Saturday, March 10, 2007

Day 47 : Drymen to Inverarnen

Friday 2nd March 2007

Distance Walked: 24.7 miles
Start Time: 7:51
End Time: 17:26
Elapsed Time: 9:35
Weather: Atmospheric. Then very wet.
Distance walked so far: 868 miles

Loch Lomond has the largest surface area of any body of fresh water in the country, and today I walked its entire length, transfixed by the moody beauty of it all. The waters were still, the clouds slowly drifting across the peaks, and the grey morning light reflecting on the surface like a seductive mirror. This is a special place.

From the tiny harbour town of Balmaha, the Way attempts to hug the shoreline as it winds northwestwards. It largely fails in this pursuit, forced onto the road that leads towards Rowardennan, or settling for tracks through the wooded lands that sit by the water, but occasionally the path emerges on the very edge of the loch itself, at deserted stony beaches where the gnarly trees protrude from the water in sinister ways. Somewhere up above is Ben Lomond, the southernmost of the munros (the peaks above 3000ft that denote mountain status), but the overhanging fir trees prevent any view of it. It's the sporadic glimpses of water that dominate, each new vista exposing another delight as another island becomes visible or a brief burst of sunshine changes the greys to greens and browns. It’s splendid stuff, each new image inviting admiration and calm reflection.

But I had many miles to cover, for again my ambitions were threatening to cripple me. Passing through the logical stopping points of Rowardennan and Inversnaid, with their inviting but bland hotels, I pressed on. The literature says that the section of the way between Inversnaid and Inverarnen is the most difficult of the entire West Highland Way, scrambling sharply over rocks, roots and roughage, so of course, at that point, the rain began to fall to add an extra dimension to the challenge. It was certainly hard going, the prospect of slipping into the water never far from reality, but somehow both a snapped ankle and soaked arse was avoided. If you’re wondering what the perfect soundtrack for such an activity might be, try the soundtrack to “Shaun Of The Dead”. It worked for me and, as the last dregs of light faded along with the signals on the GPS and mobile, the clouds rolled in and I finally reached the point where the huge expanse of water narrows, almost inconceivably, to a minor river.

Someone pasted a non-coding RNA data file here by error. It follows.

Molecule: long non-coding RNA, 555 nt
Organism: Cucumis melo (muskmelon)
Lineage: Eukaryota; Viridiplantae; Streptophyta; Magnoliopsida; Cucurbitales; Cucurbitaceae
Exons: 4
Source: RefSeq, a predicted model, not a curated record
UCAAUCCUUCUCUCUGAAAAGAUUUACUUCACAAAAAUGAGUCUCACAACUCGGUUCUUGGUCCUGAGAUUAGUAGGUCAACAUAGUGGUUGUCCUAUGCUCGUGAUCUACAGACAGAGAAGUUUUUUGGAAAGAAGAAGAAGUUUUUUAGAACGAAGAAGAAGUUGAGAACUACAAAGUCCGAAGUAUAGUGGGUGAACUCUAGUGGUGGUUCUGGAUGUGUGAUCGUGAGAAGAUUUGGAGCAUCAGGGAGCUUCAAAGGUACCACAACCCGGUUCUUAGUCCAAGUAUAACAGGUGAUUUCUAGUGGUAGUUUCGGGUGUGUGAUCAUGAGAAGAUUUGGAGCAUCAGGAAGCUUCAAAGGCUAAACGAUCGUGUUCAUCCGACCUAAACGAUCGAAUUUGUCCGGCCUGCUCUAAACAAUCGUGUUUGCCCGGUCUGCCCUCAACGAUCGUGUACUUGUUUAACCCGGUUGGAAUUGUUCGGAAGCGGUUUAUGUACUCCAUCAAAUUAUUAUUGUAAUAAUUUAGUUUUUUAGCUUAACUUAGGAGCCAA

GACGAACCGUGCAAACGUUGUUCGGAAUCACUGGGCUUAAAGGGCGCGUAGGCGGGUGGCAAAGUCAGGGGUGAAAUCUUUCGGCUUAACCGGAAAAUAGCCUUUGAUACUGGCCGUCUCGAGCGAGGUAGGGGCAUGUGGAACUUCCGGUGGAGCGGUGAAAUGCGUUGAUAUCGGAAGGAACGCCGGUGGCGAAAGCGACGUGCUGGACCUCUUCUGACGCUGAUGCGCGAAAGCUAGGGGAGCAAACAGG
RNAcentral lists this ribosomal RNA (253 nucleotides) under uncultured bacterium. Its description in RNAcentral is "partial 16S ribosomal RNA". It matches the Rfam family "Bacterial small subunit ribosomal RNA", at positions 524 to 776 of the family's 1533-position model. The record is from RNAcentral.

Once again, I hadn’t booked ahead for a place to stay, so all day there was the nagging concern that I was heading towards disaster but, though the facilities at Beinglas were closed, a treat was in store across the bridge in Inverarnen. The Drovers Inn claims that it’s not a Scottish theme pub. If so, this is what all theme pubs aspire to, for it’s a wonderfully evocative place. Three hundred years of history accumulating in the wonky rooms, held together with spittle and dust. The roaring fires in the wooded bar encourage celtic cavorting, as do the kilted barstaff, though they’re actually from the southern hemisphere and slightly tetchy.

They provide me with shelter, though, and a thoroughly decent feed, before I retreat upstairs as the bar band begins to twang the life from a dozen Americana classics. In the rickety bedroom there’s a rickety bedside cabinet, with a Gideon’s Bible stashed within. Inside the front cover somebody has scribbled, “All the best, God”. Unfortunately, that somebody was me.

Song of the day:

Richard Ashcroft
“Check the Meaning”

When I'm low, and I'm weak, and I'm lost
I don't know who I can trust
Paranoia, the destroyer, comes knocking on my door
You know the pain drifts to days, turns to nights
But it slowly will subside
And when it does, I take a step, I take a breath
And wonder what I'll find

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